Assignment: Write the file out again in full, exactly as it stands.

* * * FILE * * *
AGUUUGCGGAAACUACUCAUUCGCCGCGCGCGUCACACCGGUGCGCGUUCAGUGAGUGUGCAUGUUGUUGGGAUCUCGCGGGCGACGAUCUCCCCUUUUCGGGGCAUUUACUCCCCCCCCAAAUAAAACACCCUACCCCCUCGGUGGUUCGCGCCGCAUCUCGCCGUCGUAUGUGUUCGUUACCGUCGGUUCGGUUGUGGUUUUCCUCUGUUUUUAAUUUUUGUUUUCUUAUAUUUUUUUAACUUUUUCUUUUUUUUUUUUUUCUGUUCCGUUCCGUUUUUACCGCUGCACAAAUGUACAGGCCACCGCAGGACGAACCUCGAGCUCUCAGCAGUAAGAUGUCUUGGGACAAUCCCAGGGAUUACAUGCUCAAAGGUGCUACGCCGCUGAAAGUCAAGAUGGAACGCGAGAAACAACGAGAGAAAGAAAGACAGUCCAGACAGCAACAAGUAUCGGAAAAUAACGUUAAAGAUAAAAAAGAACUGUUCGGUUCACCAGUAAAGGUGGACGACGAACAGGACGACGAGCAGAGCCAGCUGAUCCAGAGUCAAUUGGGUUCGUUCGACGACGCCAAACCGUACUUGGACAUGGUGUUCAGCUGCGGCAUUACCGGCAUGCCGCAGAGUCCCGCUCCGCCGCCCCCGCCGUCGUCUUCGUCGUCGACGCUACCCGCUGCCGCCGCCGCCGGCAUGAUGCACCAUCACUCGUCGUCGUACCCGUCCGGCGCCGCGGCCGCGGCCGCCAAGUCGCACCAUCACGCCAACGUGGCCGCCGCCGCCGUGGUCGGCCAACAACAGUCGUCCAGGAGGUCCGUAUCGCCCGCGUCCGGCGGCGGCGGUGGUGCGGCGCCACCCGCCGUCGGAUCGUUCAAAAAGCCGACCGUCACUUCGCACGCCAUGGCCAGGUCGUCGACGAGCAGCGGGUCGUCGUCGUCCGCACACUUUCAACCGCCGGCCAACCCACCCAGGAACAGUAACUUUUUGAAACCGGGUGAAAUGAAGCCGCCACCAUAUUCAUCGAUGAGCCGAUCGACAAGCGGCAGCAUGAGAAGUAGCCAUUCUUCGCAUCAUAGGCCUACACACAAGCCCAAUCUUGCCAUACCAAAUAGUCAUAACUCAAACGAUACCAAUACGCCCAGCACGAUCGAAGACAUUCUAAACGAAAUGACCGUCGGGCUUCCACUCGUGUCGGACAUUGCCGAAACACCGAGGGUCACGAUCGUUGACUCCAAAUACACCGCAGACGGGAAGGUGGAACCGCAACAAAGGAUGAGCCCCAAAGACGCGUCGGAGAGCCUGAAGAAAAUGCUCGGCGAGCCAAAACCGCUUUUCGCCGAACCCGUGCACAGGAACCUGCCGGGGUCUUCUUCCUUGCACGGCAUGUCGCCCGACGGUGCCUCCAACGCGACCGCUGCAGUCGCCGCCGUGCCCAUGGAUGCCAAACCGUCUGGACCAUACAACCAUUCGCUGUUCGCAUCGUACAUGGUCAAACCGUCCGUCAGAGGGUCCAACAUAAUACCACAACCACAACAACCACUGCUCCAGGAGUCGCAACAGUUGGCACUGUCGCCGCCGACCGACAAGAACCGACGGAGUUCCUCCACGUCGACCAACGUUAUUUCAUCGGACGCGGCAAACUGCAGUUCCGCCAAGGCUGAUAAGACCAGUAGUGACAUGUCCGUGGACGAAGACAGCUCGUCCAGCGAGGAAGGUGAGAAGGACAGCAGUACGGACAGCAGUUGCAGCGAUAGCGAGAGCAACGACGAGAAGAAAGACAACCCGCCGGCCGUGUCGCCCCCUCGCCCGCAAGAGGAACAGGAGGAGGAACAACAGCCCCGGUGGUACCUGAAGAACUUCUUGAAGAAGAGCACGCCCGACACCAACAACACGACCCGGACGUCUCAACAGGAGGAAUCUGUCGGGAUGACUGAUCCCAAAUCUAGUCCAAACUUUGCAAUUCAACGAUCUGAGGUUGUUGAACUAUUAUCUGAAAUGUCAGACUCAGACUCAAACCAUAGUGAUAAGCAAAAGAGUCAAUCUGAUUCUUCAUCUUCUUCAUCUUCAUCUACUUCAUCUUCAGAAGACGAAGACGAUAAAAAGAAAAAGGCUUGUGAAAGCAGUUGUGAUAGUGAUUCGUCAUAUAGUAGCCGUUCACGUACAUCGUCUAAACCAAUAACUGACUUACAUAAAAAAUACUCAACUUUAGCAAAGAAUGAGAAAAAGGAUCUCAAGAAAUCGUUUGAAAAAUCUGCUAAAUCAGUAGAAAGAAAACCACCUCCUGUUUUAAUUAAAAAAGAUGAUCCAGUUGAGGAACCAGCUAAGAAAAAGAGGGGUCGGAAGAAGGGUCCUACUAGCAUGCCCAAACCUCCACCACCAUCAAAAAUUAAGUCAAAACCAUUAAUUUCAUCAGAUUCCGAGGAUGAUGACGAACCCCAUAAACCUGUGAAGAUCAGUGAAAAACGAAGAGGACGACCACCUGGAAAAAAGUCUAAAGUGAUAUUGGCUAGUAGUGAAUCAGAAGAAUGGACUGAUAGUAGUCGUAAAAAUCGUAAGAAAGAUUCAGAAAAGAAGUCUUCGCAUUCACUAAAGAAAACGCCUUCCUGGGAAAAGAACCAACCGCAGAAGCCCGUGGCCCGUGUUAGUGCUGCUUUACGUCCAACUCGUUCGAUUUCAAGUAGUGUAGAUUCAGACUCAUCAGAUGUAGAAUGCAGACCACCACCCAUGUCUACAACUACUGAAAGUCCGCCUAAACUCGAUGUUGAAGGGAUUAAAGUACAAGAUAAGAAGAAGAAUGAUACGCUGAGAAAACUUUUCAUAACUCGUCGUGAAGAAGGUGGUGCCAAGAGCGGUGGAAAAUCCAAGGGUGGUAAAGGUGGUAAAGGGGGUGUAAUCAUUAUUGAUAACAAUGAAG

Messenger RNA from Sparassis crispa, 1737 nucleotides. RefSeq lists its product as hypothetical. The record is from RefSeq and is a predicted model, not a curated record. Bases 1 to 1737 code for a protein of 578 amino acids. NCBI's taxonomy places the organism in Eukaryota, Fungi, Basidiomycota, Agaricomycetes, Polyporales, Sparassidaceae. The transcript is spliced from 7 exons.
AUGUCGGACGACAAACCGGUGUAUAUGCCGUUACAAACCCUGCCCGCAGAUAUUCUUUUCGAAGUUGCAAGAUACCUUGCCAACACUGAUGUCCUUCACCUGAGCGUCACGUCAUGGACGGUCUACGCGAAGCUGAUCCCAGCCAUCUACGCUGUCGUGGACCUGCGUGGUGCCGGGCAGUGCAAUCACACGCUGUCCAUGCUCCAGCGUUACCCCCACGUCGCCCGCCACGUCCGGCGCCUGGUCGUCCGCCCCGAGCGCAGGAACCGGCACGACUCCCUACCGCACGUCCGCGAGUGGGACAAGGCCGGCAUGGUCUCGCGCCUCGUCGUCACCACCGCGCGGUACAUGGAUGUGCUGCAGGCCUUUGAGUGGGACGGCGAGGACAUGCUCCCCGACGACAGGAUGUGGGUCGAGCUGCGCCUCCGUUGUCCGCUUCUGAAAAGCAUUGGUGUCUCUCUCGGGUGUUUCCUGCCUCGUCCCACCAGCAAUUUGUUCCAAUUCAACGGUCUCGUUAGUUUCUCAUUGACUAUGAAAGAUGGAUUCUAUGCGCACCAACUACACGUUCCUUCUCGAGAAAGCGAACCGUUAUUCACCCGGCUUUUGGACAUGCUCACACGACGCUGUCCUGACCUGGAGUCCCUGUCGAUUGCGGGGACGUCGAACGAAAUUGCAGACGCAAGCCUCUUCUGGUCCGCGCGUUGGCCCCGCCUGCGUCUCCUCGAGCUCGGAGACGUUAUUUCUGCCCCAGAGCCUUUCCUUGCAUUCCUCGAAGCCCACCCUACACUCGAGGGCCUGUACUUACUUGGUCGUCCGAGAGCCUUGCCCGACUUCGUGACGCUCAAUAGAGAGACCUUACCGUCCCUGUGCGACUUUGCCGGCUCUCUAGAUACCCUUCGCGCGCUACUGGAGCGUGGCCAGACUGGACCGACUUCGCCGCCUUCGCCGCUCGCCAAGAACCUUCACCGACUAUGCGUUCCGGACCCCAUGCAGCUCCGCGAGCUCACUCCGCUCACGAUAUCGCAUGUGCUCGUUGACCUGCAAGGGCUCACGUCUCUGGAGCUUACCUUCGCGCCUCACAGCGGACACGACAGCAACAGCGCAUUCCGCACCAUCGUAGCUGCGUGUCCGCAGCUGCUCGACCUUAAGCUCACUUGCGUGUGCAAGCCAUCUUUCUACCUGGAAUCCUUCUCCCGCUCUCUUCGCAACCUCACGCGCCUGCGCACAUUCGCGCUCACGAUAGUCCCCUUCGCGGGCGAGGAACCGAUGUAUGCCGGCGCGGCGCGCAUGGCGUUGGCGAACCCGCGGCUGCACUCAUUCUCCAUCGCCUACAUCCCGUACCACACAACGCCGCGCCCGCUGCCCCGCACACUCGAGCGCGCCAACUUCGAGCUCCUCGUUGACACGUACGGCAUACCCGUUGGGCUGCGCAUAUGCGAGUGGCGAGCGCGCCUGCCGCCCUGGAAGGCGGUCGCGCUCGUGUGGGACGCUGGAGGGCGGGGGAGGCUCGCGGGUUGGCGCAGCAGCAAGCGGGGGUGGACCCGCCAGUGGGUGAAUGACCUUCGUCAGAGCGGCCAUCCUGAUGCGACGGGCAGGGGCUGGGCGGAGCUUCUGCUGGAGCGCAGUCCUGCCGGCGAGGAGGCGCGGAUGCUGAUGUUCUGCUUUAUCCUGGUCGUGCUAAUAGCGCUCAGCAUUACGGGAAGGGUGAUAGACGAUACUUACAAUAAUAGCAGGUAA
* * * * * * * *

AGUUUGCGGAAACUACUCAUUCGCCGCGCGCGUCACACCGGUGCGCGUUCAGUGAGUGUGCAUGUUGUUGGGAUCUCGCGGGCGACGAUCUCCCCUUUUCGGGGCAUUUACUCCCCCCCCAAAUAAAACACCCUACCCCCUCGGUGGUUCGCGCCGCAUCUCGCCGUCGUAUGUGUUCGUUACCGUCGGUUCGGUUGUGGUUUUCCUCUGUUUUUAAUUUUUGUUUUCUUAUAUUUUUUUAACUUUUUCUUUUUUUUUUUUUUCUGUUCCGUUCCGUUUUUACCGCUGCACAAAUGUACAGGCCACCGCAGGACGAACCUCGAGCUCUCAGCAGUAAGAUGUCUUGGGACAAUCCCAGGGAUUACAUGCUCAAAGGUGCUACGCCGCUGAAAGUCAAGAUGGAACGCGAGAAACAACGAGAGAAAGAAAGACAGUCCAGACAGCAACAAGUAUCGGAAAAUAACGUUAAAGAUAAAAAAGAACUGUUCGGUUCACCAGUAAAGGUGGACGACGAACAGGACGACGAGCAGAGCCAGCUGAUCCAGAGUCAAUUGGGUUCGUUCGACGACGCCAAACCGUACUUGGACAUGGUGUUCAGCUGCGGCAUUACCGGCAUGCCGCAGAGUCCCGCUCCGCCGCCCCCGCCGUCGUCUUCGUCGUCGACGCUACCCGCUGCCGCCGCCGCCGGCAUGAUGCACCAUCACUCGUCGUCGUACCCGUCCGGCGCCGCGGCCGCGGCCGCCAAGUCGCACCAUCACGCCAACGUGGCCGCCGCCGCCGUGGUCGGCCAACAACAGUCGUCCAGGAGGUCCGUAUCGCCCGCGUCCGGCGGCGGCGGUGGUGCGGCGCCACCCGCCGUCGGAUCGUUCAAAAAGCCGACCGUCACUUCGCACGCCAUGGCCAGGUCGUCGACGAGCAGCGGGUCGUCGUCGUCCGCACACUUUCAACCGCCGGCCAACCCACCCAGGAACAGUAACUUUUUGAAACCGGGUGAAAUGAAGCCGCCACCAUAUUCAUCGAUGAGCCGAUCGACAAGCGGCAGCAUGAGAAGUAGCCAUUCUUCGCAUCAUAGGCCUACACACAAGCCCAAUCUUGCCAUACCAAAUAGUCAUAACUCAAACGAUACCAAUACGCCCAGCACGAUCGAAGACAUUCUAAACGAAAUGACCGUCGGGCUUCCACUCGUGUCGGACAUUGCCGAAACACCGAGGGUCACGAUCGUUGACUCCAAAUACACCGCAGACGGGAAGGUGGAACCGCAACAAAGGAUGAGCCCCAAAGACGCGUCGGAGAGCCUGAAGAAAAUGCUCGGCGAGCCAAAACCGCUUUUCGCCGAACCCGUGCACAGGAACCUGCCGGGGUCUUCUUCCUUGCACGGCAUGUCGCCCGACGGUGCCUCCAACGCGACCGCUGCAGUCGCCGCCGUGCCCAUGGAUGCCAAACCGUCUGGACCAUACAACCAUUCGCUGUUCGCAUCGUACAUGGUCAAACCGUCCGUCAGAGGGUCCAACAUAAUACCACAACCACAACAACCACUGCUCCAGGAGUCGCAACAGUUGGCACUGUCGCCGCCGACCGACAAGAACCGACGGAGUUCCUCCACGUCGACCAACGUUAUUUCAUCGGACGCGGCAAACUGCAGUUCCGCCAAGGCUGAUAAGACCAGUAGUGACAUGUCCGUGGACGAAGACAGCUCGUCCAGCGAGGAAGGUGAGAAGGACAGCAGUACGGACAGCAGUUGCAGCGAUAGCGAGAGCAACGACGAGAAGAAAGACAACCCGCCGGCCGUGUCGCCCCCUCGCCCGCAAGAGGAACAGGAGGAGGAACAACAGCCCCGGUGGUACCUGAAGAACUUCUUGAAGAAGAGCACGCCCGACACCAACAACACGACCCGGACGUCUCAACAGGAGGAAUCUGUCGGGAUGACUGAUCCCAAAUCUAGUCCAAACUUUGCAAUUCAACGAUCUGAGGUUGUUGAACUAUUAUCUGAAAUGUCAGACUCAGACUCAAACCAUAGUGAUAAGCAAAAGAGUCAAUCUGAUUCUUCAUCUUCUUCAUCUUCAUCUACUUCAUCUUCAGAAGACGAAGACGAUAAAAAGAAAAAGGCUUGUGAAAGCAGUUGUGAUAGUGAUUCGUCAUAUAGUAGCCGUUCACGUACAUCGUCUAAACCAAUAACUGACUUACAUAAAAAAUACUCAACUUUAGCAAAGAAUGAGAAAAAGGAUCUCAAGAAAUCGUUUGAAAAAUCUGCUAAAUCAGUAGAAAGAAAACCACCUCCUGUUUUAAUUAAAAAAGAUGAUCCAGUUGAGGAACCAGCUAAGAAAAAGAGGGGUCGGAAGAAGGGUCCUACUAGCAUGCCCAAACCUCCACCACCAUCAAAAAUUAAGUCAAAACCAUUAAUUUCAUCAGAUUCCGAGGAUGAUGACGAACCCCAUAAACCUGUGAAGAUCAGUGAAAAACGAAGAGGACGACCACCUGGAAAAAAGUCUAAAGUGAUAUUGGCUAGUAGUGAAUCAGAAGAAUGGACUGAUAGUAGUCGUAAAAAUCGUAAGAAAGAUUCAGAAAAGAAGUCUUCGCAUUCACUAAAGAAAACGCCUUCCUGGGAAAAGAACCAACCGCAGAAGCCCGUGGCCCGUGUUAGUGCUGCUUUACGUCCAACUCGUUCGAUUUCAAGUAGUGUAGAUUCAGACUCAUCAGAUGUAGAAUGCAGACCACCACCCAUGUCUACAACUACUGAAAGUCCGCCUAAACUCGAUGUUGAAGGGAUUAAAGUACAAGAUAAGAAGAAGAAUGAUACGCUGAGAAAACUUUUCAUAACUCGUCGUGAAGAAGGUGGUGCCAAGAGCGGUGGAAAAUCCAAGGGUGGUAAAGGUGGUAAAGGGGGUGUAAUCAUUAUUGAUAACAAUGAAG

Messenger RNA from Sparassis crispa, 1737 nucleotides. RefSeq lists its product as hypothetical. The record is from RefSeq and is a predicted model, not a curated record. Bases 1 to 1737 code for a protein of 578 amino acids. NCBI's taxonomy places the organism in Eukaryota, Fungi, Basidiomycota, Agaricomycetes, Polyporales, Sparassidaceae. The transcript is spliced from 7 exons.
AUGUCGGACGACAAACCGGUGUAUAUGCCGUUACAAACCCUGCCCGCAGAUAUUCUUUUCGAAGUUGCAAGAUACCUUGCCAACACUGAUGUCCUUCACCUGAGCGUCACGUCAUGGACGGUCUACGCGAAGCUGAUCCCAGCCAUCUACGCUGUCGUGGACCUGCGUGGUGCCGGGCAGUGCAAUCACACGCUGUCCAUGCUCCAGCGUUACCCCCACGUCGCCCGCCACGUCCGGCGCCUGGUCGUCCGCCCCGAGCGCAGGAACCGGCACGACUCCCUACCGCACGUCCGCGAGUGGGACAAGGCCGGCAUGGUCUCGCGCCUCGUCGUCACCACCGCGCGGUACAUGGAUGUGCUGCAGGCCUUUGAGUGGGACGGCGAGGACAUGCUCCCCGACGACAGGAUGUGGGUCGAGCUGCGCCUCCGUUGUCCGCUUCUGAAAAGCAUUGGUGUCUCUCUCGGGUGUUUCCUGCCUCGUCCCACCAGCAAUUUGUUCCAAUUCAACGGUCUCGUUAGUUUCUCAUUGACUAUGAAAGAUGGAUUCUAUGCGCACCAACUACACGUUCCUUCUCGAGAAAGCGAACCGUUAUUCACCCGGCUUUUGGACAUGCUCACACGACGCUGUCCUGACCUGGAGUCCCUGUCGAUUGCGGGGACGUCGAACGAAAUUGCAGACGCAAGCCUCUUCUGGUCCGCGCGUUGGCCCCGCCUGCGUCUCCUCGAGCUCGGAGACGUUAUUUCUGCCCCAGAGCCUUUCCUUGCAUUCCUCGAAGCCCACCCUACACUCGAGGGCCUGUACUUACUUGGUCGUCCGAGAGCCUUGCCCGACUUCGUGACGCUCAAUAGAGAGACCUUACCGUCCCUGUGCGACUUUGCCGGCUCUCUAGAUACCCUUCGCGCGCUACUGGAGCGUGGCCAGACUGGACCGACUUCGCCGCCUUCGCCGCUCGCCAAGAACCUUCACCGACUAUGCGUUCCGGACCCCAUGCAGCUCCGCGAGCUCACUCCGCUCACGAUAUCGCAUGUGCUCGUUGACCUGCAAGGGCUCACGUCUCUGGAGCUUACCUUCGCGCCUCACAGCGGACACGACAGCAACAGCGCAUUCCGCACCAUCGUAGCUGCGUGUCCGCAGCUGCUCGACCUUAAGCUCACUUGCGUGUGCAAGCCAUCUUUCUACCUGGAAUCCUUCUCCCGCUCUCUUCGCAACCUCACGCGCCUGCGCACAUUCGCGCUCACGAUAGUCCCCUUCGCGGGCGAGGAACCGAUGUAUGCCGGCGCGGCGCGCAUGGCGUUGGCGAACCCGCGGCUGCACUCAUUCUCCAUCGCCUACAUCCCGUACCACACAACGCCGCGCCCGCUGCCCCGCACACUCGAGCGCGCCAACUUCGAGCUCCUCGUUGACACGUACGGCAUACCCGUUGGGCUGCGCAUAUGCGAGUGGCGAGCGCGCCUGCCGCCCUGGAAGGCGGUCGCGCUCGUGUGGGACGCUGGAGGGCGGGGGAGGCUCGCGGGUUGGCGCAGCAGCAAGCGGGGGUGGACCCGCCAGUGGGUGAAUGACCUUCGUCAGAGCGGCCAUCCUGAUGCGACGGGCAGGGGCUGGGCGGAGCUUCUGCUGGAGCGCAGUCCUGCCGGCGAGGAGGCGCGGAUGCUGAUGUUCUGCUUUAUCCUGGUCGUGCUAAUAGCGCUCAGCAUUACGGGAAGGGUGAUAGACGAUACUUACAAUAAUAGCAGGUAA